The Tseshaht singers filled Port Alberni’s arena with sound as they belted out a welcome song during the opening ceremonies of the World Under 17 Hockey Challenge held Dec. 29 to Jan. 4 with Tseshaht playing a role as major sponsor.
Tseshaht pride was front and centre over the holiday season as competitors from across Canada and around the globe met in Port Alberni for the World Under 17 Hockey Challenge.
From the opening ceremonies to closing acknowledgments of the 10-day international event, held Dec. 29 to Jan. 4, Chief Councillor Les Sam said it was good to be Nuu-chah-nulth in the Alberni Valley, with the profile of the Tseshaht raised on the world stage and co-operation between the local Native and non-Native communities cemented for future time.
Sam said the decision to become involved as a major sponsor in the event was made by Tseshaht very early on in the planning of the competition. Organizers brought the concept to the community from the onset, which Sam said was very much appreciated. He said the Tseshaht community recognized the magnitude of the event and what it meant to the valley and the people living here.
Tseshaht’s involvement was integrated at every milestone moment, including a traditional welcome to the Tseshaht traditional territory to the visitors by Sam and a prayer offered by Willard Gallic in the Nuu-chah-nulth language for the safety of the players, their coaches and chaperones.
At the opening ceremonies, the Tseshaht singers filled the arena with sound as they sung a welcome song. Dancers were strategically placed in the stands so that all could watch their graceful movements.
Jane Jones organized Tseshaht artists who crafted unique gifts for teams and individual players. Hockey sticks were purchased and painted with Nuu-chah-nulth symbols and designs for each of the teams. Artists were Pat Amos, Andrew Dick, Ron Dick, Chuck Dorian, Jake Gallic, Tim Taylor, Tobias Watts, Ben David, Melissa Ross and Ken Sam Jr. Other artists (Wayne Dick, Connie Watts, Gail Gus, Tyrone Marshall and Luxy Barney contributed etched vases, bent boxes, coasters and a lighter.
After each game, Ed Ross, Tseshaht’s de facto ambassador to the Under 17 youth competition, presented the top player from each team with a cedar headband woven by Faith Watts. Sam said Ross, who volunteered his time for the event, became the face of the Nuu-chah-nulth and Tseshaht by virtue of his presence at most of the games, which were broadcast on television, including TSN for the final between Team Ontario and Team Pacific.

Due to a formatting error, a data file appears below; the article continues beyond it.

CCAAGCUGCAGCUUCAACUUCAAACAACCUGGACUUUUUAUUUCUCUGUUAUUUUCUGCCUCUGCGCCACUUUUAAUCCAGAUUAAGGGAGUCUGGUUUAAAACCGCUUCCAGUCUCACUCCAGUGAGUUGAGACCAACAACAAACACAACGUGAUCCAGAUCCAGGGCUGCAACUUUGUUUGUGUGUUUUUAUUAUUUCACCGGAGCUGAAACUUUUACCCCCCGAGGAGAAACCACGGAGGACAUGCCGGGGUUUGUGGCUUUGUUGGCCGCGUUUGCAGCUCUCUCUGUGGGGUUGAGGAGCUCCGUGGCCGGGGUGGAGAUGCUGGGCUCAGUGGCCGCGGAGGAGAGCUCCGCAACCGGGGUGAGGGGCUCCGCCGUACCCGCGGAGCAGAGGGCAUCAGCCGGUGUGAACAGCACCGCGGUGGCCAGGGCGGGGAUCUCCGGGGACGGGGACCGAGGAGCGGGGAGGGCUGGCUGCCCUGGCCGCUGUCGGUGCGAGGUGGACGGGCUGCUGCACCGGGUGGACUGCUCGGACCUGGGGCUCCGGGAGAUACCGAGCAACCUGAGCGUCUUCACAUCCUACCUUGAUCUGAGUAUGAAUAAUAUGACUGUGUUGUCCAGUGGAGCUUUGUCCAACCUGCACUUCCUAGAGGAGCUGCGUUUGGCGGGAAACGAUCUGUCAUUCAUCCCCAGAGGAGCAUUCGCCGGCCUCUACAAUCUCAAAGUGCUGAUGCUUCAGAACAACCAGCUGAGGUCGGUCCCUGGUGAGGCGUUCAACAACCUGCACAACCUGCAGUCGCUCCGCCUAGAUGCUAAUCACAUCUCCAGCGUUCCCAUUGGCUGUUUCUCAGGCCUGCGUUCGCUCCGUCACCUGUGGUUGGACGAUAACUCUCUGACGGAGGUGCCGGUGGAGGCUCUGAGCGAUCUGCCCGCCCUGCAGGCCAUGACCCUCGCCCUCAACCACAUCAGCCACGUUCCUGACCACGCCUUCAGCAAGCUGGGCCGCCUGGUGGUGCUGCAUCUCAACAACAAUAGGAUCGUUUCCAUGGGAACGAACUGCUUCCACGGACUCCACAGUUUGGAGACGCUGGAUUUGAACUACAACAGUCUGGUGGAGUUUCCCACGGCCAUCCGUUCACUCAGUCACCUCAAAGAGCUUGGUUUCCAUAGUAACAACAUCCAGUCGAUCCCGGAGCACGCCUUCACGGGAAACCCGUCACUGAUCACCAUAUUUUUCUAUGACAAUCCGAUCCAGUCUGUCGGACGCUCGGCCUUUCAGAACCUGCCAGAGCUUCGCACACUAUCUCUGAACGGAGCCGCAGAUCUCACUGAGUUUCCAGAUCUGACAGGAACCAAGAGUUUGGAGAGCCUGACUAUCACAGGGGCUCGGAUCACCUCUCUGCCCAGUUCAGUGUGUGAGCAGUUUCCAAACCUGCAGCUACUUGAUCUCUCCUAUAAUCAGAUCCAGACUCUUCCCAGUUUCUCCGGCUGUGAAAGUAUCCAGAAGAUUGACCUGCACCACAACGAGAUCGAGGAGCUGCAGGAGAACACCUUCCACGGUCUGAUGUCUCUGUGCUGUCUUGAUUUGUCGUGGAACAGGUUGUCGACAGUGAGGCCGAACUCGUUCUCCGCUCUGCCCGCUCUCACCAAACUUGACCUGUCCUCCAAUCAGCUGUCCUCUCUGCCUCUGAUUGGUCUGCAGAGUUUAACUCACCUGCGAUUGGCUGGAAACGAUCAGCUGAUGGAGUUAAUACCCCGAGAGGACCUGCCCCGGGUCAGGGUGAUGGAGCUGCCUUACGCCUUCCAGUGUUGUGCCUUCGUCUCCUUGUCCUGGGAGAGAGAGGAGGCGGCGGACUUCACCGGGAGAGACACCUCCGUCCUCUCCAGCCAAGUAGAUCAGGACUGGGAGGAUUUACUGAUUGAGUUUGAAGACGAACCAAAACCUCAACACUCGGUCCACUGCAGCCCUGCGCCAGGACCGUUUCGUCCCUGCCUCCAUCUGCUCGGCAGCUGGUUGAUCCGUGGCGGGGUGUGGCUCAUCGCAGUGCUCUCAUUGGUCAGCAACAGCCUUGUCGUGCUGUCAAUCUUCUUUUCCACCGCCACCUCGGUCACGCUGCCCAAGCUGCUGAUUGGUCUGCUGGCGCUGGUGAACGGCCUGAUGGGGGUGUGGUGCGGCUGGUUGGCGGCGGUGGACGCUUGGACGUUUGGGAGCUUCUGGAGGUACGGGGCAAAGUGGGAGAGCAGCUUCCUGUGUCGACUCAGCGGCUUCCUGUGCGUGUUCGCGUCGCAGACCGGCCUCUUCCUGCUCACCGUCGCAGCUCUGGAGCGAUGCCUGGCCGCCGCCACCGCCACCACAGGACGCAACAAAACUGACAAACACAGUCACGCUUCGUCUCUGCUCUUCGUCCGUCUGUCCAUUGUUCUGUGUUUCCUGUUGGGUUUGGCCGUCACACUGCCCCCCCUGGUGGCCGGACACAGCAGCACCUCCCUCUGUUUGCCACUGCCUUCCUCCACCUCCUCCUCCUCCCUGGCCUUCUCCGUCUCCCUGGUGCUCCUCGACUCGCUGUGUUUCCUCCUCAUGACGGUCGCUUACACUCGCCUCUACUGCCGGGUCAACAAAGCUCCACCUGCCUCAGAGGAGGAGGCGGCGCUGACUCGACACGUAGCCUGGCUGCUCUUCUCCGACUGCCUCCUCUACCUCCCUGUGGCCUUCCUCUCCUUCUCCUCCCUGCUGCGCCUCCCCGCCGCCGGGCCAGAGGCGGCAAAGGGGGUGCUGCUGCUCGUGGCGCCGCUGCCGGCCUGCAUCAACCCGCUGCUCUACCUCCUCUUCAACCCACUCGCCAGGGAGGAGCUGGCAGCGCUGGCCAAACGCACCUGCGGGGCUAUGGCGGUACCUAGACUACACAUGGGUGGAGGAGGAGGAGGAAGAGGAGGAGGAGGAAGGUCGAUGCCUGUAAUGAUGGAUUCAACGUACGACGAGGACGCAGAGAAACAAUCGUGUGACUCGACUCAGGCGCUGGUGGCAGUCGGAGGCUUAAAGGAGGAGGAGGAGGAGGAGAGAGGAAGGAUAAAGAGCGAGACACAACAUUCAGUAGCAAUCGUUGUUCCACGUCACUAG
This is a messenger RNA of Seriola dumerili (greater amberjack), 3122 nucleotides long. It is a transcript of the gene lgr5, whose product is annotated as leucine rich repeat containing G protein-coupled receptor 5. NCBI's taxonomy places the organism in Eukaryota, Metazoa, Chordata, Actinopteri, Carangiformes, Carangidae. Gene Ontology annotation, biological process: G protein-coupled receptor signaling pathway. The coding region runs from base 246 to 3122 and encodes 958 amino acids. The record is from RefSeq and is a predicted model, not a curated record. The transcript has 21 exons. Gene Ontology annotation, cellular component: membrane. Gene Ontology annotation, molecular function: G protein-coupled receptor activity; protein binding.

Sam said special recognition goes to Jane Jones and Ed Ross for their efforts. Jones was part of the opening ceremonies committee. Other community members, including Doug Wilson, volunteered much time and energy into making the tournament a success.
Renowned artist Gordon Dick designed and fashioned a silver pendant to be presented to the most valuable player of the winning team in the gold medal game. On it was a hockey stick and the Tseshaht logo. The pendant was awarded to JP Anderson of Ontario.
Tseshaht’s young hockey players were also showcased during intermission on-ice action. Sam said he hoped the experience would allow the young athletes to see the caliber of game play and encourage them to aspire to participate at that level in the future.
He said it would be nice to one day see a Tseshaht on the ice with such an elite team.
Game tickets that came with sponsorship were distributed to community members by way of a draw held during the community’s Christmas dinner.
Jones said it really thrilled her to see members of the community, especially the younger members, get an opportunity to attend the event.
Sam said it was gratifying to him to see such a large Tseshaht contingent attend and participate at the tournament. Asked if more tangible benefits than an awareness of Tseshaht and the Nuu-chah-nulth culture would accrue to the community because of their sponsorship, Sam said it’s so much easier to work together with the regional district and the City of Port Alberni to showcase the area, and the historical barriers to that working relationship needed to be addressed. Sponsorship of the Under 17 hockey challenge was a step in that direction.
“We can’t be strangers because we live on the opposite side of the river,” said Sam.
By Debora Steel